Grade One Music Theory - Lesson 4: Times Names of Notes - from Semiquavers to Semibreves
To show how long notes should be held for, we draw them with different shapes.
Most notes are made up of a note head and a stem (apart from semibreves, which have no stem).
The most basic and most common length of note is the crotchet, which looks like this:
It’s a black note head on a basic stem, (or stick).
A crotchet usually represents one beat.
As musicians, we can decide for ourselves exactly how long a beat should be, but often a crotchet lasts about one second.
Here are 4 crotchet Ds.
Notes which are twice as fast as crotchets are called quavers. They look like this:
Notice that although the quaver has a black note head like the crotchet, it also has a small tail on the right side of its stem.
Here are 8 quavers, F sharps and Gs.
(To find out why there is only one sharp symbol, read Lesson 3 – Accidentals.
Listen to the crotchets and quavers together. The quavers here are joined together in groups called beams - this makes them easier to read. The rules about beaming are explained in Lesson 7 – Beaming.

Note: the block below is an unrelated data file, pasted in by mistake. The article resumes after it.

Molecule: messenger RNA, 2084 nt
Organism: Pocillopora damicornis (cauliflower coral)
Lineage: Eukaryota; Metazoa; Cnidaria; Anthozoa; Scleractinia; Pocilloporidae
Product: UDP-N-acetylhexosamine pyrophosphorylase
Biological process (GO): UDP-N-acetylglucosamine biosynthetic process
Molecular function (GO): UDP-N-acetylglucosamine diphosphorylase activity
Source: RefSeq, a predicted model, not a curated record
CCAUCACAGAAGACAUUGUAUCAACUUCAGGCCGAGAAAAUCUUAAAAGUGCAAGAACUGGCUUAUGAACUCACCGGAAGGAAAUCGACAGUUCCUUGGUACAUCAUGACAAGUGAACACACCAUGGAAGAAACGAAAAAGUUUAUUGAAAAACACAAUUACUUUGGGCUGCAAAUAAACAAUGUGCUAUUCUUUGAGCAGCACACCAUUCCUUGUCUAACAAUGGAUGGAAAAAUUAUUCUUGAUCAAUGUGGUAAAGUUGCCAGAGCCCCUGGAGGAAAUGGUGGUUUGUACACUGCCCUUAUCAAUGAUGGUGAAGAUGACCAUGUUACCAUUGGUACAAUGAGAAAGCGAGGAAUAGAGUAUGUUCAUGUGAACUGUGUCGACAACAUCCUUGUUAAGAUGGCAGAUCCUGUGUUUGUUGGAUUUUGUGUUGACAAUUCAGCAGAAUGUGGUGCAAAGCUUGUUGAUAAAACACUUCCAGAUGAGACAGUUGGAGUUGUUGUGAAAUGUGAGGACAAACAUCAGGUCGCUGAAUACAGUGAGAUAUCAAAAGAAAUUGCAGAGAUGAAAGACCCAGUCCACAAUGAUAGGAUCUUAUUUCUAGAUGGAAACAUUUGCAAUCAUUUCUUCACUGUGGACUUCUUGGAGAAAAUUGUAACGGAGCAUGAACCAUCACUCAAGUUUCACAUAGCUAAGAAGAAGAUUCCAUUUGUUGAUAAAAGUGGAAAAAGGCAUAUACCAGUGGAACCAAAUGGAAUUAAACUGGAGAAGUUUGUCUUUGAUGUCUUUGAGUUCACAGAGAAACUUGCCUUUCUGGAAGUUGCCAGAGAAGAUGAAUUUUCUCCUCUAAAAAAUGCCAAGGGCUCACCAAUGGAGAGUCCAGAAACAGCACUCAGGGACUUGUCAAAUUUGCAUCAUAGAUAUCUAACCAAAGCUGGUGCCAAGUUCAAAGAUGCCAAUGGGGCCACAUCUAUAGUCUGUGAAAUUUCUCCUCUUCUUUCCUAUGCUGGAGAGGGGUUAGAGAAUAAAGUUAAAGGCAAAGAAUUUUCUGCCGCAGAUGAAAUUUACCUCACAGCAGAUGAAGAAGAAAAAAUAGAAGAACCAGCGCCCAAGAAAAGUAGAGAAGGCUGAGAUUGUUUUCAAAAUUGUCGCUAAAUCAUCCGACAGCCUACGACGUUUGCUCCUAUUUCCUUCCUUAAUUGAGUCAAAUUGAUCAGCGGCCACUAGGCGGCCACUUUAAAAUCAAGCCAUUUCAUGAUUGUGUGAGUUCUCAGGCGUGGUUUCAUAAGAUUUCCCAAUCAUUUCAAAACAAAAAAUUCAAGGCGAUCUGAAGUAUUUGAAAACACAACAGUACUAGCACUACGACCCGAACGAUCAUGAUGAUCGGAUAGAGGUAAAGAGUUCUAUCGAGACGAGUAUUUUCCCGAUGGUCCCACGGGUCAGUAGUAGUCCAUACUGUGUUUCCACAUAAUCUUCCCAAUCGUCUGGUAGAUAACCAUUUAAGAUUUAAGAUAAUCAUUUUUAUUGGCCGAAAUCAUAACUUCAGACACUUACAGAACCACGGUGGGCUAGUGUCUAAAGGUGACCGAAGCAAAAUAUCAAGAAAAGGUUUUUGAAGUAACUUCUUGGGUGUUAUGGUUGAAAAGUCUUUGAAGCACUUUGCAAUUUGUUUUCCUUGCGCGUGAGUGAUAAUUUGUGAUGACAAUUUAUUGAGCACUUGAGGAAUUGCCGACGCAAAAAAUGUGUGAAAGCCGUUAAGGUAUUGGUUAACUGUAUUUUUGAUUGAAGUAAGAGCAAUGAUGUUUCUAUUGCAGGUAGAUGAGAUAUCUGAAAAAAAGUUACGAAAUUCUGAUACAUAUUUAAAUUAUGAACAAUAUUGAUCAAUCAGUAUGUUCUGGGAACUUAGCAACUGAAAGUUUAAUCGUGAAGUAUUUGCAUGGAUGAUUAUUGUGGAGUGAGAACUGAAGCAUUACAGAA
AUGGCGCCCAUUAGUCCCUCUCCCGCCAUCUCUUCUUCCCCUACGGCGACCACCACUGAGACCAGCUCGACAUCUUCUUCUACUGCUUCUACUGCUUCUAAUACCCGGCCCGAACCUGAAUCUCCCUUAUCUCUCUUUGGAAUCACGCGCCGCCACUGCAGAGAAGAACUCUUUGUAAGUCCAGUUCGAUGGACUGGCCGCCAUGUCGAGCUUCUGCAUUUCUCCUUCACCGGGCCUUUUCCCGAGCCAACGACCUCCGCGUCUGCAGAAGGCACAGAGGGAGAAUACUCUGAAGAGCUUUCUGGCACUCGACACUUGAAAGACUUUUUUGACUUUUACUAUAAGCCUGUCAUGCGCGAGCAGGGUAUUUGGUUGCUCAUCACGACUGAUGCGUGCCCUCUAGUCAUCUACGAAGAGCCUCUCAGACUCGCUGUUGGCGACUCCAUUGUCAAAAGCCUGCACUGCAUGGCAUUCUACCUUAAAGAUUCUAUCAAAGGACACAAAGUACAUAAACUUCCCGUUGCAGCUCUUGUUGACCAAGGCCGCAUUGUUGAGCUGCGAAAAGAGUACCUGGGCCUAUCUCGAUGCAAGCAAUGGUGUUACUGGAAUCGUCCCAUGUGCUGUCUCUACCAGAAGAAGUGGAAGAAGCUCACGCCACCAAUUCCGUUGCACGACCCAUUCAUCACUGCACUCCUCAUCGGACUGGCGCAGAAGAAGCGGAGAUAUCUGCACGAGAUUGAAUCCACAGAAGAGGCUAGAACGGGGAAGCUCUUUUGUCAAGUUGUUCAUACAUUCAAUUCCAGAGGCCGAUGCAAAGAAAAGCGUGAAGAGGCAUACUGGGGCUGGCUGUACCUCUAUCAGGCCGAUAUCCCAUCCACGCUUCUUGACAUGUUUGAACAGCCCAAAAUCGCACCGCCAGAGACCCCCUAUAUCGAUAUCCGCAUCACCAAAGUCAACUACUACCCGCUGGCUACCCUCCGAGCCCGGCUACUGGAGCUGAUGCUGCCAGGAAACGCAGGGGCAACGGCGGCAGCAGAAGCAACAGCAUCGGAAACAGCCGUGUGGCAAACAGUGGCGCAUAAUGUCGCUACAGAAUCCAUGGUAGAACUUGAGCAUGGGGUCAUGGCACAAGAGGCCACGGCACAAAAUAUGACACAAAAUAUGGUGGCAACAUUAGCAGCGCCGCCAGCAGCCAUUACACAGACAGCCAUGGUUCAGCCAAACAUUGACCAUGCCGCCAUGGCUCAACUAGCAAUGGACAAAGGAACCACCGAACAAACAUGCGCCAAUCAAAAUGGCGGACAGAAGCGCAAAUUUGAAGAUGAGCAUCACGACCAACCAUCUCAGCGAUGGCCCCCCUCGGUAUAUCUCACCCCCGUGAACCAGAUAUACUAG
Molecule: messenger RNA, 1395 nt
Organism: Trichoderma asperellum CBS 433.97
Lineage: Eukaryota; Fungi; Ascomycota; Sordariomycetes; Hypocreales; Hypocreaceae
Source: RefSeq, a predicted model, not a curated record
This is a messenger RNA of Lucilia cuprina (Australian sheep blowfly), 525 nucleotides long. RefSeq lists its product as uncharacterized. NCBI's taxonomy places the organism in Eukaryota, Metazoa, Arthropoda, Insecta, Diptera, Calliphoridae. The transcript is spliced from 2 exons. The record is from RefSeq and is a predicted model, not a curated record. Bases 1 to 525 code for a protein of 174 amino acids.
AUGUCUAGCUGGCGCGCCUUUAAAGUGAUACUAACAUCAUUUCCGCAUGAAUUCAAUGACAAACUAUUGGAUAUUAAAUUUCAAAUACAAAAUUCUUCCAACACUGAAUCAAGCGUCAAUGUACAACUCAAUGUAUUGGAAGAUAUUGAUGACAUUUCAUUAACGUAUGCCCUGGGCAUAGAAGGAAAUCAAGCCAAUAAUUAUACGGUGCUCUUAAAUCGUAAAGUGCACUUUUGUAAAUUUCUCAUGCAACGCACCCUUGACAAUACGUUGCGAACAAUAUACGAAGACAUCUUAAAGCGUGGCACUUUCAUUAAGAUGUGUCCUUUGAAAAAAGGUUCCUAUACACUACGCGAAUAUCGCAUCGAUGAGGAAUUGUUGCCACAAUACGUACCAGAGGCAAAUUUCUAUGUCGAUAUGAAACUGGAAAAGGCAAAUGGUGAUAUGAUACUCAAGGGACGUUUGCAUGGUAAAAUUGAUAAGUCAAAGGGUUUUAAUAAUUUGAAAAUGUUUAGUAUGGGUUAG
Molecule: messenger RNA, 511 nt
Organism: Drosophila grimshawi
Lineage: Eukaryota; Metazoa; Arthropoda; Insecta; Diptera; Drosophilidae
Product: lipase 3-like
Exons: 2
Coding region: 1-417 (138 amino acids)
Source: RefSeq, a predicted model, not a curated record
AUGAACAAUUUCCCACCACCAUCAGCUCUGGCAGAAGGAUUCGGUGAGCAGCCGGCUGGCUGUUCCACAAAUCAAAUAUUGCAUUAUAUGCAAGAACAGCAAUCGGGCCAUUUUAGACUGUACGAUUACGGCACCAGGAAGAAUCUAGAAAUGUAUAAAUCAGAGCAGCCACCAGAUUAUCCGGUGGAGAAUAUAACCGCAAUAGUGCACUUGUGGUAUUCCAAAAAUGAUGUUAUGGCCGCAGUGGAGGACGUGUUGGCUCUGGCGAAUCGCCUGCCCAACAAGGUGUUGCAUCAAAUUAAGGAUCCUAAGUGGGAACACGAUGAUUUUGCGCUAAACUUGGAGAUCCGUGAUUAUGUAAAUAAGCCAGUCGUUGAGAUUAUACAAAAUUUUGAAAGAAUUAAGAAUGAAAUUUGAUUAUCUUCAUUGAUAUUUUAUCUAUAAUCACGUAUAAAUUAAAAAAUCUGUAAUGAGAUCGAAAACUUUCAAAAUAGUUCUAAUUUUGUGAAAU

Minims are twice as long as crotchets.
Minims look like this:
Notice that minims look like crotchets, but their heads are white, not black.
Here is a minim B and a minim A, in the bass clef:
Listen to the crotchets, quavers and minims together:
Semibreves are twice as long as minims, or four times as long as crotchets. Semibreves look like this:
Here is a semibreve D in the bass clef:
Listent to the crotchets, minims, quavers and semibreves together:
Semiquavers are twice as fast as quavers, or 4 times faster than crotchets. Four semiquavers take up the same amount of time as 1 crotchet. So, a semiquaver is equal to a quarter of a crotchet.
A semiquaver looks like this:
We can also join two or more semiquavers together, like this:
Semiquavers look like quavers, but they have two tails where quavers have one.
Here are some semiquavers in action:
And here is the finished product - from semibreves to semiquavers!
Why are Semibreves called Semibreves?
There is another note, called a breve, which is worth two semibreves. Breves aren't used very much these days, so you don't need to know about them for your grade one music theory exam. A long time ago, breves and semibreves were quite short notes. Over time, they have become longer and longer, and so today we think of semibreves as very long notes, but it wasn't always the case!